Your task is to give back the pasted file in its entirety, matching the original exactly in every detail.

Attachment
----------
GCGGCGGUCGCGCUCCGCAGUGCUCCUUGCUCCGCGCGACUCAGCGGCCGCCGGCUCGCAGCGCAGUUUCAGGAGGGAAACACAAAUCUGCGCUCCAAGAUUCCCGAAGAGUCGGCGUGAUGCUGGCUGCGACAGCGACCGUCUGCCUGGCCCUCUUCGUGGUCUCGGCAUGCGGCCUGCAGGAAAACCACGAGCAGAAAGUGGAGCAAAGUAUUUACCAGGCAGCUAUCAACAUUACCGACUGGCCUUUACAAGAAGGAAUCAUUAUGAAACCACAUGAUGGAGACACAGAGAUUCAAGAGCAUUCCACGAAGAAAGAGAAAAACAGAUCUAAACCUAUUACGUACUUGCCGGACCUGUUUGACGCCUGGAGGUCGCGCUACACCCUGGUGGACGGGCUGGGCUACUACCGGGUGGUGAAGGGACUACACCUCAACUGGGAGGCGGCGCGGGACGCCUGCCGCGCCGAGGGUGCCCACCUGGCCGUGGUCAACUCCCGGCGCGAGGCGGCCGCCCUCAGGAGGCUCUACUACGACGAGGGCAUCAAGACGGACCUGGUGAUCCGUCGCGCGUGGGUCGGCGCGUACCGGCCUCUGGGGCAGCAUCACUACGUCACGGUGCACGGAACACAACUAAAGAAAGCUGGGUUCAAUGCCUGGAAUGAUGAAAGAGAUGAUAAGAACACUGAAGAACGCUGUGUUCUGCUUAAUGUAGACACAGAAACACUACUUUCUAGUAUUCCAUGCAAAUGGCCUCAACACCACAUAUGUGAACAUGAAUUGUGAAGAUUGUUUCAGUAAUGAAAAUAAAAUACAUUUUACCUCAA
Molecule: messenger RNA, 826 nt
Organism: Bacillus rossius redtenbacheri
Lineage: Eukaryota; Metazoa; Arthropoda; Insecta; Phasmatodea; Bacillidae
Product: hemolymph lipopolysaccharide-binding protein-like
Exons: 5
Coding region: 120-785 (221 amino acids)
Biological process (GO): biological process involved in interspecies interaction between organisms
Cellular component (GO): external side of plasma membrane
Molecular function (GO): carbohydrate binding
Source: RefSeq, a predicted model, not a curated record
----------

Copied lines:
GCGGCGGUCGCGCUCCGCAGUGCUCCUUGCUCCGCGCGACUCAGCGGCCGCCGGCUCGCAGCGCAGUUUCAGGAGGGAAACACAAAUCUGCGCUCCAAGAUUCCCGAAGAGUCGGCGUGAUGCUGGCUGCGACAGCGACCGUCUGCCUGGCCCUCUUCGUGGUCUCGGCAUGCGGCCUGCAGGAAAACCACGAGCAGAAAGUGGAGCAAAGUAUUUACCAGGCAGCUAUCAACAUUACCGACUGGCCUUUACAAGAAGGAAUCAUUAUGAAACCACAUGAUGGAGACACAGAGAUUCAAGAGCAUUCCACGAAGAAAGAGAAAAACAGAUCUAAACCUAUUACGUACUUGCCGGACCUGUUUGACGCCUGGAGGUCGCGCUACACCCUGGUGGACGGGCUGGGCUACUACCGGGUGGUGAAGGGACUACACCUCAACUGGGAGGCGGCGCGGGACGCCUGCCGCGCCGAGGGUGCCCACCUGGCCGUGGUCAACUCCCGGCGCGAGGCGGCCGCCCUCAGGAGGCUCUACUACGACGAGGGCAUCAAGACGGACCUGGUGAUCCGUCGCGCGUGGGUCGGCGCGUACCGGCCUCUGGGGCAGCAUCACUACGUCACGGUGCACGGAACACAACUAAAGAAAGCUGGGUUCAAUGCCUGGAAUGAUGAAAGAGAUGAUAAGAACACUGAAGAACGCUGUGUUCUGCUUAAUGUAGACACAGAAACACUACUUUCUAGUAUUCCAUGCAAAUGGCCUCAACACCACAUAUGUGAACAUGAAUUGUGAAGAUUGUUUCAGUAAUGAAAAUAAAAUACAUUUUACCUCAA
Molecule: messenger RNA, 826 nt
Organism: Bacillus rossius redtenbacheri
Lineage: Eukaryota; Metazoa; Arthropoda; Insecta; Phasmatodea; Bacillidae
Product: hemolymph lipopolysaccharide-binding protein-like
Exons: 5
Coding region: 120-785 (221 amino acids)
Biological process (GO): biological process involved in interspecies interaction between organisms
Cellular component (GO): external side of plasma membrane
Molecular function (GO): carbohydrate binding
Source: RefSeq, a predicted model, not a curated record